Wednesday, October 19, 2011
I love the night. Some people crave the sunshine but it has always been the moon that has offered me peace and tranquility. I tend to blame it on the fact that the moon rules my astrological sign but whatever the reason, I'm mesmerized by the moon and always have been as long as I can remember.
I spent a good part of my youth growing up in the middle of the desert at a place called Hinds Pumping Plant. Go ahead and look it up and tell me if you've ever seen a more remote and foresaken place. Some of my fondest memories were of us kids spending the night on the lawn in our sleeping bags, staring up at the crystalline sky, watching the stars and searching for UFOs until we fell asleep. Other times we'd grab our flashlights and go hiking out into the desert, a few times even camping out. I even remember the little red fox that would hang out near street lamp and jump around trying to catch the bugs. Before nightfall we would set out a bowl of cat food for him and squeal with delight when he would partake of it. He was our little pet. Mind you I was still in elementary school at this time. Was I afraid? Perhaps a little, but the moon was always there to light the way and ensure I remained safe.
Now that I am what some would consider an adult, I'm not as fearless as I once was. Perhaps its because I don't wander out into the dark as much as I used to. Perhaps it's because the world is just not as safe as it once was. I still enjoy exploring the night but find that I am a bit jumpy more than I wish I was. A rustling of a nearby bush or reflective eyes staring back at me is enough to get me looking back over my shoulder just in case something or someone is trying to sneak up on me. Maybe someday I'll find that fearless little boy inside of me that didn't mind wandering all alone at night but for now I welcome the company of others on my night runs, finding comfort in their camaraderie.
But what is it about running at night that is so appealing? For me, it is a variety of reasons. It's a time to relax after a stressful day at work. It's taking ownership of the night, knowing that everyone else is sitting at home and you have the trails all to yourself. It's viewing things from a different perspective, a feeling that the trails are alien and new even though you may have run them numerous times before in the daylight. It's about becoming primal once again, being at one with nature, hearing your footsteps, your heartbeat, your breath, with no input from the sleeping civilization nearby. It's about the fear of the unknown, about what may be lurking behind the next bush or just around that next bend.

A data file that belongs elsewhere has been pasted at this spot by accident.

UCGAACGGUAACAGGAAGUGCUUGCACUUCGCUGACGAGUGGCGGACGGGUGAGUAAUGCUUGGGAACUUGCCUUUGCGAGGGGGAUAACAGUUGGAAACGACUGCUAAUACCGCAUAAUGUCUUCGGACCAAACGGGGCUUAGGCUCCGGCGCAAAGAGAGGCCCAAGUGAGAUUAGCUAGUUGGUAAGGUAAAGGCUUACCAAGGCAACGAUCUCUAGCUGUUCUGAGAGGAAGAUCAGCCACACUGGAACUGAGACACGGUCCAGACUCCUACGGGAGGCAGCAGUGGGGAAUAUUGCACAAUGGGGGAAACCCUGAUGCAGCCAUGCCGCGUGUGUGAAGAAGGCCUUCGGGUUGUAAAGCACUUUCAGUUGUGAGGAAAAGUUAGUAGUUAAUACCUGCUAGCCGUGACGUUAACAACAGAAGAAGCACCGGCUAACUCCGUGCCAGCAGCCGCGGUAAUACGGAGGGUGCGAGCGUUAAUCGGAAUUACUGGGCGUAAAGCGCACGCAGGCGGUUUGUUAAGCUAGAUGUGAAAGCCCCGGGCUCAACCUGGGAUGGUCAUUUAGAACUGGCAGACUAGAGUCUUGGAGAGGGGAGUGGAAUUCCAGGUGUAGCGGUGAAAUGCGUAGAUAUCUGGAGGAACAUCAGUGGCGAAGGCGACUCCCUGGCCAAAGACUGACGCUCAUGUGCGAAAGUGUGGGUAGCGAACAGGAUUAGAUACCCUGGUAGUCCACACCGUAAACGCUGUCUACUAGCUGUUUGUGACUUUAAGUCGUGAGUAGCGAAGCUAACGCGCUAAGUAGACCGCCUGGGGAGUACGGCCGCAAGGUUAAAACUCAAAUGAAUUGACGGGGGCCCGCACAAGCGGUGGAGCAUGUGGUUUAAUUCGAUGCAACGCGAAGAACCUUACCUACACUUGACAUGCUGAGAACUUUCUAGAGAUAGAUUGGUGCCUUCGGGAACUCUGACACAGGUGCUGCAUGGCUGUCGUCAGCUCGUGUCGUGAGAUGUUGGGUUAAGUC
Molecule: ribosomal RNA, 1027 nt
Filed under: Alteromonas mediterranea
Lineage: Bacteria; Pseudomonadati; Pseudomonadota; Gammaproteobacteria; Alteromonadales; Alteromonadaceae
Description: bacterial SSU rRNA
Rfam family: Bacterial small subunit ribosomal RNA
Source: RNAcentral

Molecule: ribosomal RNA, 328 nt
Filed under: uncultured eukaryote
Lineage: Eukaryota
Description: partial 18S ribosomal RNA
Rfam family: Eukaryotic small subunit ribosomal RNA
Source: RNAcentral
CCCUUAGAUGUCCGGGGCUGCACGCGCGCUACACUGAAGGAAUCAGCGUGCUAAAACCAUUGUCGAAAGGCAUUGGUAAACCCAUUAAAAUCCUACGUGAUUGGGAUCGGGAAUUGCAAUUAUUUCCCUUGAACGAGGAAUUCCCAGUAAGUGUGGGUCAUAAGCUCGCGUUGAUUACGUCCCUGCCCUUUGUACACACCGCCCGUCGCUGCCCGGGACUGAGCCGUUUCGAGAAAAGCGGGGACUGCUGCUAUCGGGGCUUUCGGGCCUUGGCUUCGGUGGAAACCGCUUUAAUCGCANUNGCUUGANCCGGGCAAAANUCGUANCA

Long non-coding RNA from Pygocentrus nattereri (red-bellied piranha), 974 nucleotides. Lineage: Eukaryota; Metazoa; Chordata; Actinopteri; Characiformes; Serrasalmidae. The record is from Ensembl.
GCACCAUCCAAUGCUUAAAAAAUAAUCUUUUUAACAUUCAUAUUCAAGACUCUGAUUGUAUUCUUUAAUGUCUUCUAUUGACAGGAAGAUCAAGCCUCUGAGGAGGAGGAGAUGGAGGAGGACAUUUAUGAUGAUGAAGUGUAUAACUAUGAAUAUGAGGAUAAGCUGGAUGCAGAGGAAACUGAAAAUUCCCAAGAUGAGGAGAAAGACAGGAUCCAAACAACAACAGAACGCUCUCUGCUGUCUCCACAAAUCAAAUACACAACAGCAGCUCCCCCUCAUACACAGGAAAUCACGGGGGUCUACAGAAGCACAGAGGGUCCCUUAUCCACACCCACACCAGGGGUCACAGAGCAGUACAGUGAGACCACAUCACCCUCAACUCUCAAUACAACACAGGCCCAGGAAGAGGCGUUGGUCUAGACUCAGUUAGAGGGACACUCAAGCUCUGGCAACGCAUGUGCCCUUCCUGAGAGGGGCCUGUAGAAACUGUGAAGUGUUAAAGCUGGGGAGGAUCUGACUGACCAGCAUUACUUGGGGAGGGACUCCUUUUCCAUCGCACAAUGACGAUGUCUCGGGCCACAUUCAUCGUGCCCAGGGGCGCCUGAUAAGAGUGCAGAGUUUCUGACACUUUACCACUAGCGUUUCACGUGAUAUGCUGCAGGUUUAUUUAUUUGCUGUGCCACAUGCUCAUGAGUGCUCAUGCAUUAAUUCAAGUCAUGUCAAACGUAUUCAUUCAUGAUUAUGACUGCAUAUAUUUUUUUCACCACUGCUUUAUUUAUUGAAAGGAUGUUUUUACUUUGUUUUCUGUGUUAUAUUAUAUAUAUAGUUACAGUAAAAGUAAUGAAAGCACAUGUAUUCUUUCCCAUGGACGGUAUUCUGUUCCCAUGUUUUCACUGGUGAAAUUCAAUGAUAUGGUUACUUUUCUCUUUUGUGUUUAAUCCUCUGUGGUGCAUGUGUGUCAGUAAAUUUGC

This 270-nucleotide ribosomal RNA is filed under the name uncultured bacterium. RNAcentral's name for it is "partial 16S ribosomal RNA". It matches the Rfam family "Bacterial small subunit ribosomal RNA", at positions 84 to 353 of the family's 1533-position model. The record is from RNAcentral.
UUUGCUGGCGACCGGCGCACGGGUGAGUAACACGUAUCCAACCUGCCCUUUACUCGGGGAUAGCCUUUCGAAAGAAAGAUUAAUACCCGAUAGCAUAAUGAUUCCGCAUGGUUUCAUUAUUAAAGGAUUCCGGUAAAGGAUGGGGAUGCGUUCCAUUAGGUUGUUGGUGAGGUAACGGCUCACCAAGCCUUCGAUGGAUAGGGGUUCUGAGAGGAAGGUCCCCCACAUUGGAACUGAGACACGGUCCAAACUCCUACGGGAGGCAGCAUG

With my race schedule ramping up and the race distances getting longer, I will have to incorporate more and more late evening and night runs into my training just to rack up the training miles. Just make sure Vanessa and Ginger are there by my side.
Here are some tips I recommend for night running:
1. Know the route - Its easy to get confused and disoriented when running at night. Some things may seem a bit familiar at first and then get completely alien a few minutes later. Try running your route during the daytime paying attention to markers that you can identify when it's dark. Another option is to run the route with someone who is familiar with the route.
2. Be visible - Always try be be seen, especially if running where there is vehicular traffic. For trail runners, don't forget about the mountain bikers. They enjoy the trails just as much as you do. Almost all running gear these days include reflective patches on them. Ensure your's does and if not, consider running in a reflective vest. Try not to wear light colored clothing if possible.
3. Bring a light - Whether you prefer a headlamp, a chest lamp, or a handheld flashlight, its best to have something along to light your way. For myself, I prefer a headlamp so that the beam follows wherever I look. Some people do not enjoy running with these as the shadows they create can take some getting used to. For this reason, some prefer their light source to be more at waist level.
4. Lift the feet - The shadows caused by flashlights and headlamps can throw off your depth perception. For this reason, you will see a lot of people tripping and stumbling while running at night. As a barefoot runner, I am used to lifting my feet so this was actually fairly natural for me.
5. Leave the music at home - You want to stay alert during your night runs and the headphones will only serve to distract you. Your sense of sight is already impacted so you will want to use your sense of hearing as much as possible.